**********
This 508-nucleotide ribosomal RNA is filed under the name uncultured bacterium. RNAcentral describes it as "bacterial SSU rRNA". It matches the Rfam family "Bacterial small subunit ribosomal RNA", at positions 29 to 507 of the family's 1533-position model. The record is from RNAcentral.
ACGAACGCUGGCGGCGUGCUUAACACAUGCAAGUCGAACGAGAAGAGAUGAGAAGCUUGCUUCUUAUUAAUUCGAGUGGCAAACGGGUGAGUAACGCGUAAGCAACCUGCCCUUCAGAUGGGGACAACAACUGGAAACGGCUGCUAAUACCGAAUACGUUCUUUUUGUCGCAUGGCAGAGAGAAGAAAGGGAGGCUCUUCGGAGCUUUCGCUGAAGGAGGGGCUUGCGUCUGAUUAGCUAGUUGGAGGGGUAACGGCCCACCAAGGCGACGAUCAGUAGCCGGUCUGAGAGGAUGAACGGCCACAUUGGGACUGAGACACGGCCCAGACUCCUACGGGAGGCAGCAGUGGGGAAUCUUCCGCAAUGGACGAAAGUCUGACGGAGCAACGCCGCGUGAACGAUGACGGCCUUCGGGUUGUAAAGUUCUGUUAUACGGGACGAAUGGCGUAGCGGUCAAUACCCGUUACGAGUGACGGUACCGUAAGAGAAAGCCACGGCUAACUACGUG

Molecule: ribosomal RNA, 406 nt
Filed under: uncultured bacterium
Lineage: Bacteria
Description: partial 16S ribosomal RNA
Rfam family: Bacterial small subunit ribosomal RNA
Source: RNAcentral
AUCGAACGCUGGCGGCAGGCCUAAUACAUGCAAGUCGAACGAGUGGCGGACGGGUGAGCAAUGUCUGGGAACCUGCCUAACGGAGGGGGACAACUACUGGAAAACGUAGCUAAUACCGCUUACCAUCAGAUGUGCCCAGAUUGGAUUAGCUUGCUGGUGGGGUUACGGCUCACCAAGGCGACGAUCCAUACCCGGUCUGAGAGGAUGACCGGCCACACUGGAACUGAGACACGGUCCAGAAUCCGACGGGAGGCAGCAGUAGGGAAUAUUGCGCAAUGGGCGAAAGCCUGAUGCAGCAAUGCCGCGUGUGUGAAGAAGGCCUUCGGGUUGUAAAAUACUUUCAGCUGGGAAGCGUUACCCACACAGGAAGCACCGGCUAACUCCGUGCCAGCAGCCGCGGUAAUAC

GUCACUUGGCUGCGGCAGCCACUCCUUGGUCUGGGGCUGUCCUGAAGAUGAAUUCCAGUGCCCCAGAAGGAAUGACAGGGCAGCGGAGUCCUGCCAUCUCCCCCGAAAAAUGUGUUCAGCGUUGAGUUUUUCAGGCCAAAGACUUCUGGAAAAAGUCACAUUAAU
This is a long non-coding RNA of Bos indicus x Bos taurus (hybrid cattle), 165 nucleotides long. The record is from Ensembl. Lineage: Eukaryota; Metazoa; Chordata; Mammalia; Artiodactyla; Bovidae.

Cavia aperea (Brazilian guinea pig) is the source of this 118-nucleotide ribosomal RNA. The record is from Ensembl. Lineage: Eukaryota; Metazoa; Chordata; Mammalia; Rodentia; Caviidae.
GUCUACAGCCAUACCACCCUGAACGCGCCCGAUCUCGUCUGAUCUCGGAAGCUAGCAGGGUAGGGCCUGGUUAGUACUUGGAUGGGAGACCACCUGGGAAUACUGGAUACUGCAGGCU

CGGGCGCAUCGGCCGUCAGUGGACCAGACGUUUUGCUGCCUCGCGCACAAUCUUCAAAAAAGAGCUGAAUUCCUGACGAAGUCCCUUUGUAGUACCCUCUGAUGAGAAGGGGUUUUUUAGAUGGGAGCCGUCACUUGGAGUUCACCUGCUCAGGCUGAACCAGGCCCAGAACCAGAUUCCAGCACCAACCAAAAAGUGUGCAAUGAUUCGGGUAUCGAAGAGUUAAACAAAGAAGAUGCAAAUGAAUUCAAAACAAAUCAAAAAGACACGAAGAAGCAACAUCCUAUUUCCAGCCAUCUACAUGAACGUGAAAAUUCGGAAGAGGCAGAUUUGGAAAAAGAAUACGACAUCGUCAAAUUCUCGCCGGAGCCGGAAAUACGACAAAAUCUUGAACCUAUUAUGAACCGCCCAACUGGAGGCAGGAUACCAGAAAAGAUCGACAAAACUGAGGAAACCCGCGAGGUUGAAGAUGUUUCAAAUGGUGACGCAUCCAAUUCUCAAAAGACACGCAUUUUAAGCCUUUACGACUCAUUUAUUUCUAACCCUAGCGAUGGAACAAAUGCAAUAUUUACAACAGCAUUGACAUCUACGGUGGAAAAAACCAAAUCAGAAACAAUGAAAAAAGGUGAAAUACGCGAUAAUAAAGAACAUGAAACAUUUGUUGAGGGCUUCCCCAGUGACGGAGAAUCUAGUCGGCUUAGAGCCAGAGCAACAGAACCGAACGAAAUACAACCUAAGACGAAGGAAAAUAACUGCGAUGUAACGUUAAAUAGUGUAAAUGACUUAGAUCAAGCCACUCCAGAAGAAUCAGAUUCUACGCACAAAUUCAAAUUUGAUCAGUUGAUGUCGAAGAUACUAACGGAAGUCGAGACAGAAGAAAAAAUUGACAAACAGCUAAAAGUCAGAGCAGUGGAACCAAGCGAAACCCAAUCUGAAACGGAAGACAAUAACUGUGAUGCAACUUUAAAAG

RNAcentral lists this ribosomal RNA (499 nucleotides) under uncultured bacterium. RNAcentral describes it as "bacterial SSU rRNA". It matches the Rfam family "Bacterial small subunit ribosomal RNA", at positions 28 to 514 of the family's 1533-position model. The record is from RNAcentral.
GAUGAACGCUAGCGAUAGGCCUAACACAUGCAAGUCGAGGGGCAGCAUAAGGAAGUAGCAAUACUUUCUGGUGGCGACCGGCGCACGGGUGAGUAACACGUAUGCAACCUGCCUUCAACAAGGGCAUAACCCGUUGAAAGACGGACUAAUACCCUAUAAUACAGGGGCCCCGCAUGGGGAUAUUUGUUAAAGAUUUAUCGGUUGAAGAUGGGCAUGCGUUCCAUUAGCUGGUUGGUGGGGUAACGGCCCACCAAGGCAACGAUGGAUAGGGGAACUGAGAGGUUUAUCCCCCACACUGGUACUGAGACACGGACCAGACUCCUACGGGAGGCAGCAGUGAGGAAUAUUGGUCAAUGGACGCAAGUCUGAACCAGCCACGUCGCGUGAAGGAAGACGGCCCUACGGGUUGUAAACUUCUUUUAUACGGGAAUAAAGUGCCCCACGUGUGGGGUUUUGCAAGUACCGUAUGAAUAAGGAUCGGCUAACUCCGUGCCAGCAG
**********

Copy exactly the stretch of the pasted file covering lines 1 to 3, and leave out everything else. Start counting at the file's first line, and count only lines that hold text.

This 508-nucleotide ribosomal RNA is filed under the name uncultured bacterium. RNAcentral describes it as "bacterial SSU rRNA". It matches the Rfam family "Bacterial small subunit ribosomal RNA", at positions 29 to 507 of the family's 1533-position model. The record is from RNAcentral.
ACGAACGCUGGCGGCGUGCUUAACACAUGCAAGUCGAACGAGAAGAGAUGAGAAGCUUGCUUCUUAUUAAUUCGAGUGGCAAACGGGUGAGUAACGCGUAAGCAACCUGCCCUUCAGAUGGGGACAACAACUGGAAACGGCUGCUAAUACCGAAUACGUUCUUUUUGUCGCAUGGCAGAGAGAAGAAAGGGAGGCUCUUCGGAGCUUUCGCUGAAGGAGGGGCUUGCGUCUGAUUAGCUAGUUGGAGGGGUAACGGCCCACCAAGGCGACGAUCAGUAGCCGGUCUGAGAGGAUGAACGGCCACAUUGGGACUGAGACACGGCCCAGACUCCUACGGGAGGCAGCAGUGGGGAAUCUUCCGCAAUGGACGAAAGUCUGACGGAGCAACGCCGCGUGAACGAUGACGGCCUUCGGGUUGUAAAGUUCUGUUAUACGGGACGAAUGGCGUAGCGGUCAAUACCCGUUACGAGUGACGGUACCGUAAGAGAAAGCCACGGCUAACUACGUG

Molecule: ribosomal RNA, 406 nt